On the other hand, our clinical results are in general quite similar to those obtained by other centers. In 2012, the ESHRE PGD Consortium reported the results of 10 years of data collection from several international PGD centres [20]. In general, a total number of 1167 cycles for sexing for X-linked disease were reported during their first 10 years of data collection leading to a clinical pregnancy rate of 26% per transfer (27% in the case of hemophilia), quite similar to the overall 22.5% achieved in our Institution (from 15% achieved by embryo selection with FISH to 26.9% obtained by the specific PGD-HA PCR-based method).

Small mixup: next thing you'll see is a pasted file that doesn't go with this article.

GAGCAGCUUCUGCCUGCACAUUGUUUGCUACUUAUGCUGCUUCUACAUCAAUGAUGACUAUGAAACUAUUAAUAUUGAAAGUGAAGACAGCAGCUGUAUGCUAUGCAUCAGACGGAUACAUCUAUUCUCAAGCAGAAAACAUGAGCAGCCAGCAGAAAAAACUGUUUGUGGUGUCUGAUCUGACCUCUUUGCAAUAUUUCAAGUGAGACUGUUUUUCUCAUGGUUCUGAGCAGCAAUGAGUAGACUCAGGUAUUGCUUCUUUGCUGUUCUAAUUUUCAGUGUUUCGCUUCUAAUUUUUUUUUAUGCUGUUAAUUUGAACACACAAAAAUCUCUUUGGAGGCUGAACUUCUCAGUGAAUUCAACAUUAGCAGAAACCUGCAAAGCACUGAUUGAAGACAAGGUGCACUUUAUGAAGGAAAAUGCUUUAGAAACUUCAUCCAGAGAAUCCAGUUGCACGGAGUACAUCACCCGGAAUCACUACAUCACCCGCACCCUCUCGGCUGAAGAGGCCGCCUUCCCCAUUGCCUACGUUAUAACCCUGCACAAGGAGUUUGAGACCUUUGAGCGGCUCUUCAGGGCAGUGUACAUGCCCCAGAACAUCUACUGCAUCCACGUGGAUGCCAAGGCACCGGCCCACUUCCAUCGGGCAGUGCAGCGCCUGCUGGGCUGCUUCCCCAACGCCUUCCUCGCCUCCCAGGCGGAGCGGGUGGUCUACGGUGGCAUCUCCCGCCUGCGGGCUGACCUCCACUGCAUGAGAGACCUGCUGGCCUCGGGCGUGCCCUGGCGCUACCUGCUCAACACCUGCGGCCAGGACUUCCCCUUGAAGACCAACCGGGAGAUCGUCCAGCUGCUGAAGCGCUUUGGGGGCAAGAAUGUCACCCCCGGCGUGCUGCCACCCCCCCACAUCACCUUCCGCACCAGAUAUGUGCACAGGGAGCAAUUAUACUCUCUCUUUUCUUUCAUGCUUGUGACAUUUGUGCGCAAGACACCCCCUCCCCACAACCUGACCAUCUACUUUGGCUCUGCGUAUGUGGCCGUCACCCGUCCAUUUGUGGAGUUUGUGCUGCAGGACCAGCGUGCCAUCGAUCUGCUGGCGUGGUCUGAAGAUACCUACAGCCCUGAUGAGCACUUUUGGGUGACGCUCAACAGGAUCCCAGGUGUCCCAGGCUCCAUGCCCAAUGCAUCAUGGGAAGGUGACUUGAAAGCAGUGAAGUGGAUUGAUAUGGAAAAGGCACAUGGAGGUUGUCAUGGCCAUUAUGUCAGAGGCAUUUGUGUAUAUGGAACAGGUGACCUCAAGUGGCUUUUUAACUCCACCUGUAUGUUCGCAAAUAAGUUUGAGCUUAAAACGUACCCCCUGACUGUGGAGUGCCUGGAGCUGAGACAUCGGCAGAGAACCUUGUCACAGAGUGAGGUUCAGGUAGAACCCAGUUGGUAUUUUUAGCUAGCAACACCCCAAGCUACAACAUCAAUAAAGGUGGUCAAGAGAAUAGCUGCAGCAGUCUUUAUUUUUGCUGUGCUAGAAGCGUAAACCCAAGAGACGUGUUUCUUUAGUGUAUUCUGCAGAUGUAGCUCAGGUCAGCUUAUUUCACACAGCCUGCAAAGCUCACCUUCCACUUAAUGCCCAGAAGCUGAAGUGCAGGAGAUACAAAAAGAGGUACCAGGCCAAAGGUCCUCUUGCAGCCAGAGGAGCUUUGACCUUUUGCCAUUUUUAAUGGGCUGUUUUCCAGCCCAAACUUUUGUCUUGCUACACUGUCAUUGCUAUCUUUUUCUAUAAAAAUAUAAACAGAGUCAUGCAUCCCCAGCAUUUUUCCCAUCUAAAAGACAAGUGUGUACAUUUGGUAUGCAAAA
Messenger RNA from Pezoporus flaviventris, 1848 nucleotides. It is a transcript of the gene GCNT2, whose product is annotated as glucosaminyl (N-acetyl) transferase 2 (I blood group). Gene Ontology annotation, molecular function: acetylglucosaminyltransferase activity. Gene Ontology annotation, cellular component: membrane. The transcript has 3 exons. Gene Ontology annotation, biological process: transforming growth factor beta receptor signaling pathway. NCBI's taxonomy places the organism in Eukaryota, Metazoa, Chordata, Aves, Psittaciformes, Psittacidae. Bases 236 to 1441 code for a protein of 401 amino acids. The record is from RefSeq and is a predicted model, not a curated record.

5. Conclusions

In summary, the balance of our PGD Program applied to hemophilia since 2005, leading to the birth of unaffected babies for 10 of the 34 couples treated (29.4%), has quite satisfactory outcomes, constituting a relevant advance within the field of hematological disorders in the Spanish Public Health System.

Conflict of Interests

The authors declare no financial relation with the trademarks mentioned in this paper and that there is no conflict of interests.

Authors’ Contribution

Raquel M. Fernández and Ana Peciña contributed equally to this paper.

Acknowledgments

The authors would like to thank Angel Aguilar for his contribution in the design and optimization of some molecular methods presented herein. This work was supported by the “Fundación Pública Andaluza Progreso y Salud (Consejería de Salud)” of the Autonomous Government of Andalusia (PI-0105-2011).